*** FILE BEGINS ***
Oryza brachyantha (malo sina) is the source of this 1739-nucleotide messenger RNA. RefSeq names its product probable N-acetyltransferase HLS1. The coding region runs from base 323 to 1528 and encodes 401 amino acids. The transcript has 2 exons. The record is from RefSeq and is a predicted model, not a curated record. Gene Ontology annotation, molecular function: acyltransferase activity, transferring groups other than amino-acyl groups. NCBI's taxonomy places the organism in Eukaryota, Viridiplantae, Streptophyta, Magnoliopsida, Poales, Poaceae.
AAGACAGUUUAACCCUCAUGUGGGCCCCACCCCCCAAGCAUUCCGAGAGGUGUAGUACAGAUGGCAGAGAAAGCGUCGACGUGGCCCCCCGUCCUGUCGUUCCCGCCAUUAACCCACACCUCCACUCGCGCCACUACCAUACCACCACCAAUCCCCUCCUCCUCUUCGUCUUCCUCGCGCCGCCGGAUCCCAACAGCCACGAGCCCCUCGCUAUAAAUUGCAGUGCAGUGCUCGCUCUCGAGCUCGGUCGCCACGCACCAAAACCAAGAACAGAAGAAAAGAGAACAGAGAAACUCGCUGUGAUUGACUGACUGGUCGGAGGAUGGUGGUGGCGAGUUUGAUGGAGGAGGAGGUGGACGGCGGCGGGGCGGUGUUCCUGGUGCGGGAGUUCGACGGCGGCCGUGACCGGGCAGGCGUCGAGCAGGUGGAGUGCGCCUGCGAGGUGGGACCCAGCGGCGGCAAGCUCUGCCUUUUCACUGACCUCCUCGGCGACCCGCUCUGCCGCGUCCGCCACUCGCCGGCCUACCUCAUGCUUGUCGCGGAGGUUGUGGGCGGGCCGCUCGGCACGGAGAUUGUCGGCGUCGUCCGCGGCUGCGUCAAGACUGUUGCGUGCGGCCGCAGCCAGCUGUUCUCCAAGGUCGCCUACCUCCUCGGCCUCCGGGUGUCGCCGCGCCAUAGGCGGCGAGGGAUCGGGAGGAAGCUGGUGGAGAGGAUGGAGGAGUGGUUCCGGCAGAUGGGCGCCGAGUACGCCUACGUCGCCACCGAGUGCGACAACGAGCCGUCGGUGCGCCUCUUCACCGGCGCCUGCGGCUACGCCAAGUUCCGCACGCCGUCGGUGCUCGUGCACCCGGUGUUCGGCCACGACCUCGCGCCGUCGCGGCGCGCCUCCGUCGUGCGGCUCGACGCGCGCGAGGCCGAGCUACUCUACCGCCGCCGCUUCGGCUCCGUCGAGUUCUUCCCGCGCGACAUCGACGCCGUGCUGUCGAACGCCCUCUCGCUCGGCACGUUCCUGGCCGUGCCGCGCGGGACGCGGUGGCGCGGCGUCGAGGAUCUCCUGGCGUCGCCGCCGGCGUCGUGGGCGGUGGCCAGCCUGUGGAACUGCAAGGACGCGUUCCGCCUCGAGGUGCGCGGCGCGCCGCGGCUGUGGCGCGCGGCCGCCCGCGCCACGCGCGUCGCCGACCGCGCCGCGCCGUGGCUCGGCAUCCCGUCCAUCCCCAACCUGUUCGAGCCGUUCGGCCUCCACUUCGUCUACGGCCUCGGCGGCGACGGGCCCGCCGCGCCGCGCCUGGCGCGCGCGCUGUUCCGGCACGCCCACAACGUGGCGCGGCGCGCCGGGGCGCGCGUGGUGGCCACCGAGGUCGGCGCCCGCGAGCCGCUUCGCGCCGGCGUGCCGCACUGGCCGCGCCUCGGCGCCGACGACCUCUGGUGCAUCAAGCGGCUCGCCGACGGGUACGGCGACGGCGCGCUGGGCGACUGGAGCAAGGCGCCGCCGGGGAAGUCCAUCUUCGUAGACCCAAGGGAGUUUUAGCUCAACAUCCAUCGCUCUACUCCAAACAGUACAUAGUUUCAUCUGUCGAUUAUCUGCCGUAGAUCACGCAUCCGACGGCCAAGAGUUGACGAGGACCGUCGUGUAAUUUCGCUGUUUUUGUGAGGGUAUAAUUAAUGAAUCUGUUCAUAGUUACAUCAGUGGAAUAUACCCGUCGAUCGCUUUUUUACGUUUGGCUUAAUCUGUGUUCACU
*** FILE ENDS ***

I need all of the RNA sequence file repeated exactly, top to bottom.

Oryza brachyantha (malo sina) is the source of this 1739-nucleotide messenger RNA. RefSeq names its product probable N-acetyltransferase HLS1. The coding region runs from base 323 to 1528 and encodes 401 amino acids. The transcript has 2 exons. The record is from RefSeq and is a predicted model, not a curated record. Gene Ontology annotation, molecular function: acyltransferase activity, transferring groups other than amino-acyl groups. NCBI's taxonomy places the organism in Eukaryota, Viridiplantae, Streptophyta, Magnoliopsida, Poales, Poaceae.
AAGACAGUUUAACCCUCAUGUGGGCCCCACCCCCCAAGCAUUCCGAGAGGUGUAGUACAGAUGGCAGAGAAAGCGUCGACGUGGCCCCCCGUCCUGUCGUUCCCGCCAUUAACCCACACCUCCACUCGCGCCACUACCAUACCACCACCAAUCCCCUCCUCCUCUUCGUCUUCCUCGCGCCGCCGGAUCCCAACAGCCACGAGCCCCUCGCUAUAAAUUGCAGUGCAGUGCUCGCUCUCGAGCUCGGUCGCCACGCACCAAAACCAAGAACAGAAGAAAAGAGAACAGAGAAACUCGCUGUGAUUGACUGACUGGUCGGAGGAUGGUGGUGGCGAGUUUGAUGGAGGAGGAGGUGGACGGCGGCGGGGCGGUGUUCCUGGUGCGGGAGUUCGACGGCGGCCGUGACCGGGCAGGCGUCGAGCAGGUGGAGUGCGCCUGCGAGGUGGGACCCAGCGGCGGCAAGCUCUGCCUUUUCACUGACCUCCUCGGCGACCCGCUCUGCCGCGUCCGCCACUCGCCGGCCUACCUCAUGCUUGUCGCGGAGGUUGUGGGCGGGCCGCUCGGCACGGAGAUUGUCGGCGUCGUCCGCGGCUGCGUCAAGACUGUUGCGUGCGGCCGCAGCCAGCUGUUCUCCAAGGUCGCCUACCUCCUCGGCCUCCGGGUGUCGCCGCGCCAUAGGCGGCGAGGGAUCGGGAGGAAGCUGGUGGAGAGGAUGGAGGAGUGGUUCCGGCAGAUGGGCGCCGAGUACGCCUACGUCGCCACCGAGUGCGACAACGAGCCGUCGGUGCGCCUCUUCACCGGCGCCUGCGGCUACGCCAAGUUCCGCACGCCGUCGGUGCUCGUGCACCCGGUGUUCGGCCACGACCUCGCGCCGUCGCGGCGCGCCUCCGUCGUGCGGCUCGACGCGCGCGAGGCCGAGCUACUCUACCGCCGCCGCUUCGGCUCCGUCGAGUUCUUCCCGCGCGACAUCGACGCCGUGCUGUCGAACGCCCUCUCGCUCGGCACGUUCCUGGCCGUGCCGCGCGGGACGCGGUGGCGCGGCGUCGAGGAUCUCCUGGCGUCGCCGCCGGCGUCGUGGGCGGUGGCCAGCCUGUGGAACUGCAAGGACGCGUUCCGCCUCGAGGUGCGCGGCGCGCCGCGGCUGUGGCGCGCGGCCGCCCGCGCCACGCGCGUCGCCGACCGCGCCGCGCCGUGGCUCGGCAUCCCGUCCAUCCCCAACCUGUUCGAGCCGUUCGGCCUCCACUUCGUCUACGGCCUCGGCGGCGACGGGCCCGCCGCGCCGCGCCUGGCGCGCGCGCUGUUCCGGCACGCCCACAACGUGGCGCGGCGCGCCGGGGCGCGCGUGGUGGCCACCGAGGUCGGCGCCCGCGAGCCGCUUCGCGCCGGCGUGCCGCACUGGCCGCGCCUCGGCGCCGACGACCUCUGGUGCAUCAAGCGGCUCGCCGACGGGUACGGCGACGGCGCGCUGGGCGACUGGAGCAAGGCGCCGCCGGGGAAGUCCAUCUUCGUAGACCCAAGGGAGUUUUAGCUCAACAUCCAUCGCUCUACUCCAAACAGUACAUAGUUUCAUCUGUCGAUUAUCUGCCGUAGAUCACGCAUCCGACGGCCAAGAGUUGACGAGGACCGUCGUGUAAUUUCGCUGUUUUUGUGAGGGUAUAAUUAAUGAAUCUGUUCAUAGUUACAUCAGUGGAAUAUACCCGUCGAUCGCUUUUUUACGUUUGGCUUAAUCUGUGUUCACU